MPFC is honored to feature our Ally Spouses who have shown tremendous leadership in advancing equality for ALL military families.
May 2015 – Christina Huskey
Christina Huskey is a Military Family Employment Advocate in Florida—she is only one of 10 people in the state that work daily to help active duty spouses and dependents find gainful employment. She has also assisted the families in her present and past battalions by serving as a Family Readiness Group Leader, Key Caller, and several other volunteer committees. Being an Army wife and former military child, Christina knows first-hand the barriers and challenges spouses and dependents face when it comes to relocating and adjusting to a new community. One of those challenges is the search for employment. Often when sharing the story of their employment history, military family members will often interject the story with the phrase, “and then we got orders.” Usually this story goes on to end in a somewhat sour note, but Christina hopes after spouses meet with her that there is a more positive outlook on the future, not only for the job hunt, but for military life in general.
If I could give one piece of advice for young military spouses, it would be to make the most out your time with the military. This part of life isn’t permanent and you get out of it what you put in it. Get involved with your spouses’ unit, join the spouses club at your duty station, and join community organizations such as Team RWB. When you start meeting other families that have been a mile in your shoes, or people who can see the world through your lens, it is easier to realize you are not facing this challenge alone. This life is so much easier when you have battle buddies!
January 2015 – Tracy Lent
Tracy recently graduated from Georgia Southern University. She is the spouse of a retired Army Veteran who served 26 years. She and her 5 girls have experienced a number of deployments, along with many moments of honor and pride. She shares an understanding of the many challenges military families face. Especially, families with special needs; due to one of her daughters having behavioral health conditions. She is a proud LBGT Ally, and a proud mother of a lesbian daughter. “I love spending time with my family, friends, at the beach or in our pool. I’m a self-proclaimed restaurateur (Foodie) and love going to new restaurants with my spouse or friends. I’m very excited to be volunteering with MPFC, advocating and supporting all our wonderful LGBT service members, veterans, families and allies.
November 2014 – Richard Abelkis and Claire Cuccio
We are recent newly weds, just married April 2014. We met in the Army. Claire is a Colonel and moved to Hawaii this past summer. Richard is a Lieutenant Colonel and is stationed at Joint Base Lewis-McChord. We’ve been apart a year and a half and are hoping to get Richard to Hawaii soon. We have four dogs-which just sort of happened-and Richard has two sons. When we are in DC, Richard likes to run the grill at MPFC functions and Claire likes to pour the wine. We are proud to be part of the MPFC family.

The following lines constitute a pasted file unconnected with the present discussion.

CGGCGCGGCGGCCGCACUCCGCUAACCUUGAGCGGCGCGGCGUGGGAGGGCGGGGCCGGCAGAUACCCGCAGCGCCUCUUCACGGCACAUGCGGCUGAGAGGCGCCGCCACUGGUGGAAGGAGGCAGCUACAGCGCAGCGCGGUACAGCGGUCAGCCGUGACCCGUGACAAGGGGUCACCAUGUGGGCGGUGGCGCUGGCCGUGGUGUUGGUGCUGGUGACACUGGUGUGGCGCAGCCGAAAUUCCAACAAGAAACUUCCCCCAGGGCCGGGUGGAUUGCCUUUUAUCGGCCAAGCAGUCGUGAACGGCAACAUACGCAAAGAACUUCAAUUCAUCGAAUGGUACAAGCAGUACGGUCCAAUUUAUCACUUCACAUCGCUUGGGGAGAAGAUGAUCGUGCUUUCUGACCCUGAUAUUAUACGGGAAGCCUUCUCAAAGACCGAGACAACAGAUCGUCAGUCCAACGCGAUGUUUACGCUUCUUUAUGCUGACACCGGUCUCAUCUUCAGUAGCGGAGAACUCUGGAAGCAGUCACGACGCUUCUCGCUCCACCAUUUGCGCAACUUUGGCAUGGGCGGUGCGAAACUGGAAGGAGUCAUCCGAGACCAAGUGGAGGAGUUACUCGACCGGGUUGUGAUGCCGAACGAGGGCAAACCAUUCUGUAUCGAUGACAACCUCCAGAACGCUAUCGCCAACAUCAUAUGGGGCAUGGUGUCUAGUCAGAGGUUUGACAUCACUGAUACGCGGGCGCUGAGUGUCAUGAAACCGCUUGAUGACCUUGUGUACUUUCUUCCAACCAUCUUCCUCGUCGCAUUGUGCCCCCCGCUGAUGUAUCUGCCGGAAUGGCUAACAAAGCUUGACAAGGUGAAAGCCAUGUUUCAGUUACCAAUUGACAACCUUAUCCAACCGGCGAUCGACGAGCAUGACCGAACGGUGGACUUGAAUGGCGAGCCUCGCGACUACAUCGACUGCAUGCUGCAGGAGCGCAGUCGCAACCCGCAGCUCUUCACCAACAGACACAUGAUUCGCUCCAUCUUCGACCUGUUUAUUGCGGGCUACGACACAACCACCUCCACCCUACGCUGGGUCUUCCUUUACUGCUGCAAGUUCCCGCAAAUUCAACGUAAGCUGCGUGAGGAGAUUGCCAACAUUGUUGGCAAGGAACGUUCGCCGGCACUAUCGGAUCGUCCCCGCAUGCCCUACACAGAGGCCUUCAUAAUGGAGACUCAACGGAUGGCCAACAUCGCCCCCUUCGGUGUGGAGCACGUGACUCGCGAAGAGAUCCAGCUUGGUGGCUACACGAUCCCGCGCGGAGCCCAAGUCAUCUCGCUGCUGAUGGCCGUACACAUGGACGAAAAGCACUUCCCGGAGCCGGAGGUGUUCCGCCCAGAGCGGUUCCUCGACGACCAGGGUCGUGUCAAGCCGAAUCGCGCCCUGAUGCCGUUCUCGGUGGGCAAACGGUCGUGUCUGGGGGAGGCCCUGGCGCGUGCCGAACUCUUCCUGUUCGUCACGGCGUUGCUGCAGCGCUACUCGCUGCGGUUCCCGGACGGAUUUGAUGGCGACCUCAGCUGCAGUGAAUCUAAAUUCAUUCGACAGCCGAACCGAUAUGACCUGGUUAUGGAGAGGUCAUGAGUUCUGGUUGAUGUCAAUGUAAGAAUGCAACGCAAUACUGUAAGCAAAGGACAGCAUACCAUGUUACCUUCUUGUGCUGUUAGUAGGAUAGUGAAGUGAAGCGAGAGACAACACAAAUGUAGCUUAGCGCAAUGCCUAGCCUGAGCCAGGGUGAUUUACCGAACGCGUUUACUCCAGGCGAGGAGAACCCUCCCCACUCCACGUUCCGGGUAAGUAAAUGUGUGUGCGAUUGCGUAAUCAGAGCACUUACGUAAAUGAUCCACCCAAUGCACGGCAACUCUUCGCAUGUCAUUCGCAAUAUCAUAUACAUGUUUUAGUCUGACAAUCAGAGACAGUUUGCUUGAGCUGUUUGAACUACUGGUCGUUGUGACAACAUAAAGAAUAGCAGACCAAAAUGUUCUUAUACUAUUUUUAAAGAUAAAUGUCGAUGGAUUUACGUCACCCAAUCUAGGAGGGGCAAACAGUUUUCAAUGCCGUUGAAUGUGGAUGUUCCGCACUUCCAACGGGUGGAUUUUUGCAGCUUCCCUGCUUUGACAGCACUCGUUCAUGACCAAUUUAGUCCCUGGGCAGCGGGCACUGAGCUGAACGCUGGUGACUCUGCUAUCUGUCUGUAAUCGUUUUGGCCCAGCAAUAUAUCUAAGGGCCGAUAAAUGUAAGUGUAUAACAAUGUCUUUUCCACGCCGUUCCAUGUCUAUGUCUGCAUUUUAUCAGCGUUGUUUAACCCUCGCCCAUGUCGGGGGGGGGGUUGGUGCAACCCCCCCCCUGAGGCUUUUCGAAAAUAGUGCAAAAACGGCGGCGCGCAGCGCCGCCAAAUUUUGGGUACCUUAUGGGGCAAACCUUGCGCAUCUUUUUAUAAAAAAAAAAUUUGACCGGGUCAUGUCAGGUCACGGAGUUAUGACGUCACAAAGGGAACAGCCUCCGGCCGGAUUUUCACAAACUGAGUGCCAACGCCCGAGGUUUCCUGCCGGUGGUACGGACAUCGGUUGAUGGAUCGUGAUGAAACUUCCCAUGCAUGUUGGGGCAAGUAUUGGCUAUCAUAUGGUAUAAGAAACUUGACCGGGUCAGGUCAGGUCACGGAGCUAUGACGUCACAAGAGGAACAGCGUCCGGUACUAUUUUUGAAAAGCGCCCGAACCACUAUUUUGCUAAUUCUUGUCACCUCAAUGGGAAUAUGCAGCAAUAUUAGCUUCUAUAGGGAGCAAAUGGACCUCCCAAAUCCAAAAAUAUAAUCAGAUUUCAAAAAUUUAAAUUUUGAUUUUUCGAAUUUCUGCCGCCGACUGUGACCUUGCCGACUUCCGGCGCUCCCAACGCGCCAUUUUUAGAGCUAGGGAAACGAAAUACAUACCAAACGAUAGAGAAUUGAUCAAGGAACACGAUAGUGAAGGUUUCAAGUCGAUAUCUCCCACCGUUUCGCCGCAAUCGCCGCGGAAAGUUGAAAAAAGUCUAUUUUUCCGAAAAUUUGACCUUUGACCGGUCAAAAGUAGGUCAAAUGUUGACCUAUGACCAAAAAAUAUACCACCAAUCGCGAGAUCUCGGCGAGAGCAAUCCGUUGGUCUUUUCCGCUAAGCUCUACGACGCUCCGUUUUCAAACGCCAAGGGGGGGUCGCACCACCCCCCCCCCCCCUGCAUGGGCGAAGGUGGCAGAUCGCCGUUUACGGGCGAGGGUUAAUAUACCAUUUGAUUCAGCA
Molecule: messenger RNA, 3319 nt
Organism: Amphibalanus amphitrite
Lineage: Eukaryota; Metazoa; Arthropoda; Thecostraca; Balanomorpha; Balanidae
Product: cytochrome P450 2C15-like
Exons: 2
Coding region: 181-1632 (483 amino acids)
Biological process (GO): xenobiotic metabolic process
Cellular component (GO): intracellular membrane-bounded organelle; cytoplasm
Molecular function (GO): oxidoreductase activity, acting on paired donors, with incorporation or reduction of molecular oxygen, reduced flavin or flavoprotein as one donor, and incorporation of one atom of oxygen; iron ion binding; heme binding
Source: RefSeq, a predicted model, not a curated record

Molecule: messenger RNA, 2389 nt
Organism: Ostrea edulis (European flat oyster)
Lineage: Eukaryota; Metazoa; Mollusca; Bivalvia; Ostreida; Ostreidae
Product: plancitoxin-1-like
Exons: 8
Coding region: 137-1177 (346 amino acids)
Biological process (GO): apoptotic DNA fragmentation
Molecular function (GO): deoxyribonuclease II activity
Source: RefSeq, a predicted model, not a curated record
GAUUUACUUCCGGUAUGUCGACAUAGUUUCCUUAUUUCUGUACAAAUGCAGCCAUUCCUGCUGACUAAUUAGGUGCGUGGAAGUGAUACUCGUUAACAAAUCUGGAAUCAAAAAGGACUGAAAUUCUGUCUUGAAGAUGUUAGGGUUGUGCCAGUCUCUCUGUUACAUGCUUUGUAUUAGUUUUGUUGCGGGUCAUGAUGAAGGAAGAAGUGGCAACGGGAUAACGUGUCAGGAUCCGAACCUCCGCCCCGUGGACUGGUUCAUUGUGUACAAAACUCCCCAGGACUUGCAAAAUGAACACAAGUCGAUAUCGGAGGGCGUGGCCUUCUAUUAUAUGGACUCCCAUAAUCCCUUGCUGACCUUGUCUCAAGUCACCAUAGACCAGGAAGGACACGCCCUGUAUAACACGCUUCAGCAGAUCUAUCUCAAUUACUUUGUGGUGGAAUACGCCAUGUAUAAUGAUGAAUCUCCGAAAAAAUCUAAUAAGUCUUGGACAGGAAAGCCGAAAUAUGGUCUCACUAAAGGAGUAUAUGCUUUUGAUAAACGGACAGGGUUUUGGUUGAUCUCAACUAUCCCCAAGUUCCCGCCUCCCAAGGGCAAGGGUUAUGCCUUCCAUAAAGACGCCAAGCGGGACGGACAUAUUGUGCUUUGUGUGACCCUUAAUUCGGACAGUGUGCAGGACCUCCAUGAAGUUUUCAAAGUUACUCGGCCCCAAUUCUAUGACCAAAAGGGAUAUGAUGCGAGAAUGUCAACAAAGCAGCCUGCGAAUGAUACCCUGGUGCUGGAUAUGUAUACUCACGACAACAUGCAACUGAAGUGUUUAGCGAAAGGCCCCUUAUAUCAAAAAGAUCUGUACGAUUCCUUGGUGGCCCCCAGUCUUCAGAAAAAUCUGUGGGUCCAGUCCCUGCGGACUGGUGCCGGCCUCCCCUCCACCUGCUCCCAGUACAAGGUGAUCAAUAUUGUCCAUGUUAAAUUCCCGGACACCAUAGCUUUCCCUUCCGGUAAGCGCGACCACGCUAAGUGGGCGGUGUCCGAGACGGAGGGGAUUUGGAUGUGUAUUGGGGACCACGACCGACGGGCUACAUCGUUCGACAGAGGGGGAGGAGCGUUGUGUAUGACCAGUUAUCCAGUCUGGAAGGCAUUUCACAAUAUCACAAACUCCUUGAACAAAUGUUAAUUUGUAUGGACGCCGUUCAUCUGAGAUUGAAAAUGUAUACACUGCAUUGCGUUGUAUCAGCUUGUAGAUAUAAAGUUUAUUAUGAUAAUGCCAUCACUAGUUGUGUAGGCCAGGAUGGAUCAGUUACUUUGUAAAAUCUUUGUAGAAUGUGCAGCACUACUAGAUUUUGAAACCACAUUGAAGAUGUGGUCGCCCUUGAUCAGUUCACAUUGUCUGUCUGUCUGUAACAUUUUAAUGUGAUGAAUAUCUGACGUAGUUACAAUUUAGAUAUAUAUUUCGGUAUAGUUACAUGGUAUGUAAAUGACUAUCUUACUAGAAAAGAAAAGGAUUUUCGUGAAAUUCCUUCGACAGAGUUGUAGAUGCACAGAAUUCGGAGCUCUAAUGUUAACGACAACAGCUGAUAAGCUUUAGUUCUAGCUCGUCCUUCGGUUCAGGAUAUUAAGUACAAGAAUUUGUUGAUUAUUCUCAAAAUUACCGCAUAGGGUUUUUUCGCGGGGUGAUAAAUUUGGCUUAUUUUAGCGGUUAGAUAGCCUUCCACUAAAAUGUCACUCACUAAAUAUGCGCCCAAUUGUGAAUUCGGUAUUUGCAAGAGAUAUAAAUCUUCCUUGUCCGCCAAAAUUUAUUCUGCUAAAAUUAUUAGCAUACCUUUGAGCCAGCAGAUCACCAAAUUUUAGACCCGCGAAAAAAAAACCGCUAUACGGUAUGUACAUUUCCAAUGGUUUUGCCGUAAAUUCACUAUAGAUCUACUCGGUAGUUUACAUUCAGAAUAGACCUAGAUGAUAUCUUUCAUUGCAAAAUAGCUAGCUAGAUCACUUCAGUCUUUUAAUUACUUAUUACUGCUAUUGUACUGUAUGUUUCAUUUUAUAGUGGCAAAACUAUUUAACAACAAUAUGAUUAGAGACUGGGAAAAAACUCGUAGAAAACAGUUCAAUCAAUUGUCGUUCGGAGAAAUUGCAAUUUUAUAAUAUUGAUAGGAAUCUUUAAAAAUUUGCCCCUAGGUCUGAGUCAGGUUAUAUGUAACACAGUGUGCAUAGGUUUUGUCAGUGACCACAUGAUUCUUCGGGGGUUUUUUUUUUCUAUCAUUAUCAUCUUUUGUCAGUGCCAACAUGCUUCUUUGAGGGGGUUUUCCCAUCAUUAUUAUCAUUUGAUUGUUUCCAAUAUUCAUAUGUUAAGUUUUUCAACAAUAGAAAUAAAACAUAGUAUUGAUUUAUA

July 2014 – Shivanna Ramrekarsingh
My name is Shivanna Ramrekarsingh. I am a 36 year old stay at home Mom and Navy Spouse. After 15 years of marriage, I can truly say that I am still madly and unequivocally in love with my Sailor. Together we have three amazing kids, our daughter Syniah 8, our son Syrah 6 and Sam our Baby Angel. When I’m not running around trying to keep up with everyone’s schedules and activities, I love, love to bake and volunteer my time wherever I can truly make a difference. Life has not always been kind or fear for me, but that will never stop me from waking each day and putting my best foot forward. Life is what you make it, beautiful, crazy, amazing, insane, a blessing.
May 2014 – Kimberlee Wallace
I am a nineteen-year-old, very proud Air Force wife. My husband and I both grew up in San Diego, California, where we met in middle school. I moved to Colorado to study French at the University of Colorado Denver and will soon be moving with my husband to our first duty station. I’m passionate about teaching, French, and dance… and helping people! Although I don’t identify with the LGBT group, I have decided to devote myself to defending them and their rights. This is a big reason why I agreed to join the Military Partners and Families Coalition as journalist and editor. I feel like it’s a small way for me to help make a difference in the lives of the LGBT community. I plan on becoming a teacher once I finish school and I hope to instill a sense of acceptance and the desire to help EVERYONE in my students. On a more personal note, I’ve been a ballerina for eleven years, I’m completely fluent in French, I successfully completed the International Baccalaureate Diploma program, and I really want to be a mother someday.